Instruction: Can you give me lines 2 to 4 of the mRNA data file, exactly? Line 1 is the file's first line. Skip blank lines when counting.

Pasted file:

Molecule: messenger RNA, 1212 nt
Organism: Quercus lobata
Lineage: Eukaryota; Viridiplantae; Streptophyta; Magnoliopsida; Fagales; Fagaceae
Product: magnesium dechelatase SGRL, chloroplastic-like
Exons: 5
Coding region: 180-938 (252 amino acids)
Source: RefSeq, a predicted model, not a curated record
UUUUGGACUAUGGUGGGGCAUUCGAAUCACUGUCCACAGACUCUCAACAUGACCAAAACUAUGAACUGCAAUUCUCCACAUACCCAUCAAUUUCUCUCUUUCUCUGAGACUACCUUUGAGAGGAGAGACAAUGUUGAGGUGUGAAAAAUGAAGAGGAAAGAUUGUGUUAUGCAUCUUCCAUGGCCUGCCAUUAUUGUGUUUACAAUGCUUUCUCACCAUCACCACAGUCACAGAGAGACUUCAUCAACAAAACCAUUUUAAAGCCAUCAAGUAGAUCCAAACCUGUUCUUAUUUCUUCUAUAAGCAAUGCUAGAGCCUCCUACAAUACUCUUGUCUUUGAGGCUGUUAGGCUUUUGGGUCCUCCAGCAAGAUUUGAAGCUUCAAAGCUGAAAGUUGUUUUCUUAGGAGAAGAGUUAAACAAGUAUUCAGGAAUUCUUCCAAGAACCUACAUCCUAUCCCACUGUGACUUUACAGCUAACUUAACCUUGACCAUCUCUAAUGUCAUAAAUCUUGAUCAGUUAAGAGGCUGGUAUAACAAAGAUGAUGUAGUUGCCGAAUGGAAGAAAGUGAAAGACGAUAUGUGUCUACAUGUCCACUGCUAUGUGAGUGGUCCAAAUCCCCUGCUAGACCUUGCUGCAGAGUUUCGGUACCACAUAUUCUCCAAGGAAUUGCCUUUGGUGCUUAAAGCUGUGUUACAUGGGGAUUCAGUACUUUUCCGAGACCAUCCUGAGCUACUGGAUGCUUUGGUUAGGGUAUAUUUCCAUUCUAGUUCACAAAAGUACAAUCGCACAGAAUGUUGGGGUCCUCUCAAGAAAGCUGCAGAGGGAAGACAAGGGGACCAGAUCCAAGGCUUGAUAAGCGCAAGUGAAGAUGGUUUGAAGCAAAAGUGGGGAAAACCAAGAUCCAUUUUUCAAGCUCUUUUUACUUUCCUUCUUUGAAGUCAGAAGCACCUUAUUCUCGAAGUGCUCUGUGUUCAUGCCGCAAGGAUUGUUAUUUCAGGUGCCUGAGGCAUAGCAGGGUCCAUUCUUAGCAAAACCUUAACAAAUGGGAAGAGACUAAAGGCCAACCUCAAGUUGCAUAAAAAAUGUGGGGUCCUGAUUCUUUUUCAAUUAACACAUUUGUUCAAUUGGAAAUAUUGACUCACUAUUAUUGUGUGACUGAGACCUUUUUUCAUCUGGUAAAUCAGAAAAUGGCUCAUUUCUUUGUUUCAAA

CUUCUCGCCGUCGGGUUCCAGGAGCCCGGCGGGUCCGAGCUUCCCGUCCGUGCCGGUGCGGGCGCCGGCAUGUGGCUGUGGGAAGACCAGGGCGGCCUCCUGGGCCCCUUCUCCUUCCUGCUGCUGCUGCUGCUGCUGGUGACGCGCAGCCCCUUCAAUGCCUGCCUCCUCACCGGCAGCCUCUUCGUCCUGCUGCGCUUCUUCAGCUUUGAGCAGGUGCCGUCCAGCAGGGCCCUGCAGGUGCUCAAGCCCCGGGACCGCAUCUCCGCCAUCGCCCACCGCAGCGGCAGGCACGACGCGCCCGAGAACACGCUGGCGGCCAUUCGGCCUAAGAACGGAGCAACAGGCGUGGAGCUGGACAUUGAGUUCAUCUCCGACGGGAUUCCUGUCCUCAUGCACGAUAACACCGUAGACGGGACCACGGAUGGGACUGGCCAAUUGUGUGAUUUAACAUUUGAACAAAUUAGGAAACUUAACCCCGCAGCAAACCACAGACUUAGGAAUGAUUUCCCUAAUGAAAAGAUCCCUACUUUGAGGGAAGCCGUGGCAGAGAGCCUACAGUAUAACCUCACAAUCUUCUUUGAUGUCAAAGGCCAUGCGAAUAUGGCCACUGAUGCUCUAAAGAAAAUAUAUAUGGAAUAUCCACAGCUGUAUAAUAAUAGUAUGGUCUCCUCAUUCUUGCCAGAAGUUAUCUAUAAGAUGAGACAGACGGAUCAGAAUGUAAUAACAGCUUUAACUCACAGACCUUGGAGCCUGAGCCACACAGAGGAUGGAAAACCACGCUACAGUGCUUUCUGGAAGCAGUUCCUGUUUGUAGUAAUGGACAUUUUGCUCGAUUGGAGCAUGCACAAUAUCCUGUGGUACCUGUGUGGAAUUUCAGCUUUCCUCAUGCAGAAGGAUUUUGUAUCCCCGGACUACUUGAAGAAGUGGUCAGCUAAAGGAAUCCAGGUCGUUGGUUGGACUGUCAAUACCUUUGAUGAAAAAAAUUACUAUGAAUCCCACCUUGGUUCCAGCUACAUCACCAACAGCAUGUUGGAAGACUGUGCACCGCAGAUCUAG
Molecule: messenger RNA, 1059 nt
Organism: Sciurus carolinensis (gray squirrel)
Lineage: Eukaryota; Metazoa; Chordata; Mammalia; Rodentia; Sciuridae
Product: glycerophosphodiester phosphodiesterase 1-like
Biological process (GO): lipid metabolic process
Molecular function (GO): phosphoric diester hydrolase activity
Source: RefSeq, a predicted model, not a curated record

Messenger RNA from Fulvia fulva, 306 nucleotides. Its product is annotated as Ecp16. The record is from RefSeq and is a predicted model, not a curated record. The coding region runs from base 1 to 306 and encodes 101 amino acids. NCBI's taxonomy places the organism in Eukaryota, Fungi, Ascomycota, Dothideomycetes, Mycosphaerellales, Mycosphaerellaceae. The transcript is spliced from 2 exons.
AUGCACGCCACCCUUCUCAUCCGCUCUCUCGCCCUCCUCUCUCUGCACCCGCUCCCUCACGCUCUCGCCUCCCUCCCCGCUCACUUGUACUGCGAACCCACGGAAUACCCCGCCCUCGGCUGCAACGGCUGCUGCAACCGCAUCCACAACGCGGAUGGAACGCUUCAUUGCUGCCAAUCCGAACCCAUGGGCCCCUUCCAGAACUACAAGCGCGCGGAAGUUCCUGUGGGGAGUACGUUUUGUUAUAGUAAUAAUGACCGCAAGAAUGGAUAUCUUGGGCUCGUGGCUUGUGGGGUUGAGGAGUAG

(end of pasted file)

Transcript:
Organism: Quercus lobata
Lineage: Eukaryota; Viridiplantae; Streptophyta; Magnoliopsida; Fagales; Fagaceae
Product: magnesium dechelatase SGRL, chloroplastic-like